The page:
By issuing gilts linked to the Retail Prices Index (RPI) the Government exposes itself to inflation risks on interest payments. In this box, we looked at how changes to the formula for calculating RPI would affect our forecast.
The RPI is a long-standing measure of inflation that is used to uprate a variety of payments and taxes, notably including those related to index-linked gilts (ILGs). In 2010, a change in the collection method for clothing prices resulted in a significant increase in the gap between the RPI and CPI measures of inflation, prompting a recognition that the RPI embodied an unsuitable formula for aggregating individual price quotes.a Over the past four years, the ONS estimates that the effect of the unsuitable formula has raised annual RPI inflation by an average of 0.7 percentage points. This box looks at the potential consequences for our fiscal forecast were the RPI to be changed in a way that removed this formula effect and thus narrowed the gap with CPI inflation.
The stock of index-linked gilts stood at £429 billion in 2018-19 (19.8 per cent of GDP). Both coupons and the value of the principal due for ultimate repayment rise with RPI. Both elements are accrued each year, though investors only receive the principal uplift on redemption. This means RPI inflation tends to be the most important near-term influence on our accrued debt interest forecast. What would a change to the formula for RPI mean for the holders of ILGs? The ready reckoners published alongside our most recent forecast imply that if RPI inflation were 0.7 percentage points a year lower – equivalent to the effect of removing the formula effect – debt interest spending in 2019-20 would be £3.1 billion (0.1 per cent of GDP) lower. The effect builds somewhat each year, reaching £4.4 billion (0.2 per cent of GDP) in 2023-24.
Assessing the fiscal implications of such a change is, however, further complicated in that three of the oldest ILGs outstanding contain a clause requiring the Treasury to offer to redeem them at (uplifted) par in the event of a change to the RPI that the Bank of England judges to be “fundamental… and materially detrimental” to bondholders. Given current market prices are far above uplifted par for these bonds, it seems unlikely that many bondholders would exercise this option. In sum, were such a change to go ahead, it would be likely to lower debt interest spending by progressively larger amounts over time. The large reduction in the overall return to investors over the lifetime of each ILG would generate a large drop in market prices for those bonds, with potentially significant implications for existing investors’ balance sheets. The change could also prompt wider market instability were it to be seen as a breach of trust, though as the Government would simply be curtailing an unintended windfall that seems unlikely.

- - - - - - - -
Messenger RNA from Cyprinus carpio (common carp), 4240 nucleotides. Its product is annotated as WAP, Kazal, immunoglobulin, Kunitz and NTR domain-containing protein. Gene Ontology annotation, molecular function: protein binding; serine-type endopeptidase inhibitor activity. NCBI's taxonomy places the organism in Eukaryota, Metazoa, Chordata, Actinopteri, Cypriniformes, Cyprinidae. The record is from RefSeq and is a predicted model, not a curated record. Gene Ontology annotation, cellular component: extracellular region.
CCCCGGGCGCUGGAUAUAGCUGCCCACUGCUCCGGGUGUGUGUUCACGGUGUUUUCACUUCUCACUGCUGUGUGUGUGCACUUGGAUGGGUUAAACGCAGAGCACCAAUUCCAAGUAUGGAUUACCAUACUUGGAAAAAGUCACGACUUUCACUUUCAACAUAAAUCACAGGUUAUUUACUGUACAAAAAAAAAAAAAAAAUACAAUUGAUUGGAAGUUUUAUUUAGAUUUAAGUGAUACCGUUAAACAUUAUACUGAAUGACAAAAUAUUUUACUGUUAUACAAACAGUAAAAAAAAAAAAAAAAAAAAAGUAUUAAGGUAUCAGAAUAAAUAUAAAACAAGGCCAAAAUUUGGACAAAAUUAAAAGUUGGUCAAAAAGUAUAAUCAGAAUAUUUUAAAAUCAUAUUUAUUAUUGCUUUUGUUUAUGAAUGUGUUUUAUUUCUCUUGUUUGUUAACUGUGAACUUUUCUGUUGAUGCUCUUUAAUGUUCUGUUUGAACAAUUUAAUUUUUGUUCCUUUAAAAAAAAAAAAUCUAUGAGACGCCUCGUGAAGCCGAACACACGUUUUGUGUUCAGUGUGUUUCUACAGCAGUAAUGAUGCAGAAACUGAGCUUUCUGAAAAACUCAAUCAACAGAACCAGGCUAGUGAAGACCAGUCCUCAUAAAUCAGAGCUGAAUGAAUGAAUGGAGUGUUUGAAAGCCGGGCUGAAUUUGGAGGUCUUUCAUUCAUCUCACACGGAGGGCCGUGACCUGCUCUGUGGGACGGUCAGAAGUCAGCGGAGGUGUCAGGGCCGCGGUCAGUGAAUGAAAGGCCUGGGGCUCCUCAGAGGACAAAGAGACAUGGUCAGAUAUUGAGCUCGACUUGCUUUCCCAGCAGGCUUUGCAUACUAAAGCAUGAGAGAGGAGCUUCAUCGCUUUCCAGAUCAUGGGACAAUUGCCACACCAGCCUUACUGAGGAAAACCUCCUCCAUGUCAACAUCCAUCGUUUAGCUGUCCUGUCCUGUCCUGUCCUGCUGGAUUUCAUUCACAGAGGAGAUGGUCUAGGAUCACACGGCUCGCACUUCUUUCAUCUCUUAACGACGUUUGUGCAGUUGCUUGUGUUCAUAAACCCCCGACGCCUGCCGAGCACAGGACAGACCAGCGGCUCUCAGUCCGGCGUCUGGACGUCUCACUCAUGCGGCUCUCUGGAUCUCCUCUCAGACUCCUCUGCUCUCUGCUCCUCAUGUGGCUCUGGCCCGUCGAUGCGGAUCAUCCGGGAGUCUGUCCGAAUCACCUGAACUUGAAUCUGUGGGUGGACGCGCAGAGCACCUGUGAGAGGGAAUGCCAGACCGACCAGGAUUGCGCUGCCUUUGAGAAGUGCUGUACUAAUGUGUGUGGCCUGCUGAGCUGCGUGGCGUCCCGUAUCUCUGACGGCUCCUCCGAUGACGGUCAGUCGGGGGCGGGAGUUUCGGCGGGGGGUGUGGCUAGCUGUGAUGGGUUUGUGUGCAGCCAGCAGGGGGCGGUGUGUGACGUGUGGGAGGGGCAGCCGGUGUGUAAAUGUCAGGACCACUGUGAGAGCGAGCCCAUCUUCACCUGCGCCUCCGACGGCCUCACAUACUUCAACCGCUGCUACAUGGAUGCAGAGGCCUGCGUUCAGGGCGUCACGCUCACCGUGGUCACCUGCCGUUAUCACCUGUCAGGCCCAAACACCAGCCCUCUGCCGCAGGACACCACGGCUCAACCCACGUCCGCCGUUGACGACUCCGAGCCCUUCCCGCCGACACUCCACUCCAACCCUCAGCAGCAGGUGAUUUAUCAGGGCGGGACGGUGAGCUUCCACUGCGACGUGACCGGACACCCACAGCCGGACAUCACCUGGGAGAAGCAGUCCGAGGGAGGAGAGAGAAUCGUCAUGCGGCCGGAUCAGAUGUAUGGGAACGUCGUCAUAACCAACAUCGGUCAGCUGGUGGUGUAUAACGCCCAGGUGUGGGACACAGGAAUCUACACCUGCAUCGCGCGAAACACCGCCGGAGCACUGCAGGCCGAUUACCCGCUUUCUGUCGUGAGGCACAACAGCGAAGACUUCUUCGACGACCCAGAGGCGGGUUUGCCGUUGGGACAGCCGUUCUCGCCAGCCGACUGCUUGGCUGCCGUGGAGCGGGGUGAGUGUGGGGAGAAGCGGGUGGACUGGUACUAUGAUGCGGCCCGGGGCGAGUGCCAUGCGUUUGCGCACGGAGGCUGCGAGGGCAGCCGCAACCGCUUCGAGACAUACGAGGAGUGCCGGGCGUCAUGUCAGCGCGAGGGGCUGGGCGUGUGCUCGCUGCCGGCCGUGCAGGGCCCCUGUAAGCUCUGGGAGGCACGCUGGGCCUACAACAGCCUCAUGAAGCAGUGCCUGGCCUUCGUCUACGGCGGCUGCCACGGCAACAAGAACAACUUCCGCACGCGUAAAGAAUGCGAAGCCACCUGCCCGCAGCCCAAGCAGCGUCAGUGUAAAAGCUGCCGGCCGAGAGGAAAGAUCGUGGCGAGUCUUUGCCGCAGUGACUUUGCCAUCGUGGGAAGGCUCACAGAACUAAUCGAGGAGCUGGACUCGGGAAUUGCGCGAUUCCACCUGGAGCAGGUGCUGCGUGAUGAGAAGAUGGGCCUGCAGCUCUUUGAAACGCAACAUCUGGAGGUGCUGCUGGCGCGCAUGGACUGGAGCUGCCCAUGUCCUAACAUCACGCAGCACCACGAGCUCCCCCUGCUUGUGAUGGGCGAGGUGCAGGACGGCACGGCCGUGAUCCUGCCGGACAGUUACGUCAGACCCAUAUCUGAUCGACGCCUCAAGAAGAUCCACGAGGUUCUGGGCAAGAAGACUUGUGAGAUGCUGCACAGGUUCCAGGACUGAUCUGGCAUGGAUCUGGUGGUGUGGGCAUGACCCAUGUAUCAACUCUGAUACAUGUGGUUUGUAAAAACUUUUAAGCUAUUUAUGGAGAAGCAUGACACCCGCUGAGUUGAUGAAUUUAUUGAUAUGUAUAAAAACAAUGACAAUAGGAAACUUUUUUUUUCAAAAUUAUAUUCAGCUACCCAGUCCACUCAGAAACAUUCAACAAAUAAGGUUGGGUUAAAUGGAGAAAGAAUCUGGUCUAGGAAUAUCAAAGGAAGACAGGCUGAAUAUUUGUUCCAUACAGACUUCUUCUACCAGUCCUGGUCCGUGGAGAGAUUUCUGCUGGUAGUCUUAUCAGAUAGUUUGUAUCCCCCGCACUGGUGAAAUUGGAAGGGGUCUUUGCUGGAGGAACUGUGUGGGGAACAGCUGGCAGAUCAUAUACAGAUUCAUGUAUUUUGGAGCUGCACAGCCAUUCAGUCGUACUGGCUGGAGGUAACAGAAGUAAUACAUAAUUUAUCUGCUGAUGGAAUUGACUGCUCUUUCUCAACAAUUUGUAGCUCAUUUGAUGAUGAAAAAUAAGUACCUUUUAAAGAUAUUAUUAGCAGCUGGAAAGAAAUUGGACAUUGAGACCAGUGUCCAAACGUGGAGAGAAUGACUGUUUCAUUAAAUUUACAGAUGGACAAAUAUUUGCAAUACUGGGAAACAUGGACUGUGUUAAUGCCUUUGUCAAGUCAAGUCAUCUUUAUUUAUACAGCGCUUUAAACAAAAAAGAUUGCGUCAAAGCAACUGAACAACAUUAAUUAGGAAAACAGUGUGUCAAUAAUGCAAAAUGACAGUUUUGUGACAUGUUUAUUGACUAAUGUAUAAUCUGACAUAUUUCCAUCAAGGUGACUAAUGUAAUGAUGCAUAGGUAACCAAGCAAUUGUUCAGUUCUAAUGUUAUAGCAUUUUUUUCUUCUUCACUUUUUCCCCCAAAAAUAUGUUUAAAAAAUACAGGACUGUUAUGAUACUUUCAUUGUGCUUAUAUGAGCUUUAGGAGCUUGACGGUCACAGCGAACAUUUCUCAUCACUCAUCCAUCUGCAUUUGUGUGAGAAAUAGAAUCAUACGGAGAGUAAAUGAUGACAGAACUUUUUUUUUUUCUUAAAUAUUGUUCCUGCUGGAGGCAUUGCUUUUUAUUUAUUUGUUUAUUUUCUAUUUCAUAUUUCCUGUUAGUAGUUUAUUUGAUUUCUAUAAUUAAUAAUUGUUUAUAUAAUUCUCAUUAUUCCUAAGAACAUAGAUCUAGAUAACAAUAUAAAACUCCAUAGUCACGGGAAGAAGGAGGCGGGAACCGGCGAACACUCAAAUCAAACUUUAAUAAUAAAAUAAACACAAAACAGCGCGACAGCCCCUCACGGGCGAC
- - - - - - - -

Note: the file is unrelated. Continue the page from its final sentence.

A change to the RPI would have several other effects on our fiscal forecast. Many payments to the Government and other regulated prices are uprated using the RPI – including the annual revalorisation of various excise duties and increases in regulated rail fares – and the RPI is also used in the calculation of the interest accrued on most student loans. The business rates multiplier was switched from RPI to CPI inflation uprating in April 2018. In contrast, many payments from the Government to the public, other than those on ILGs, are uprated with CPI – including many welfare payments, personal tax credits, and, since May 2019, NS&I index-linked savings certificates. Income tax and NICs thresholds are also linked to CPI inflation.
Looking just at ILGs, excise duties and accrued interest on student loans (under the current accounting treatment) – the largest elements of the public finances still linked to the RPI – the net effect of a 0.7 percentage point a year drop in RPI inflation relative to CPI inflation would be to reduce borrowing by £2.3 billion in 2020-21, falling slightly to £1.9 billion in 2023-24.
In 2013, the UK Statistics Authority (UKSA) acknowledged the problems with the RPI by withdrawing its status as a National Statistic, though it continues to publish it. The RPI is also unusual in that it requires the Chancellor’s consent before any major changes can be implemented, rather than changes being the sole domain of statisticians.b The wider implications for ILG holders of addressing the shortcomings of RPI represent a disincentive to change. In light of the continued lack of action in addressing the problems with the RPI, the House of Lords Economic Affairs Committee recently concluded that UKSA should request “a fix to the clothing problem” and that the “Chancellor should approve this change regardless of the effects on index-linked gilt holders”.c That may hasten a methodological change in the RPI.
This box was originally published in Fiscal risks report – July 2019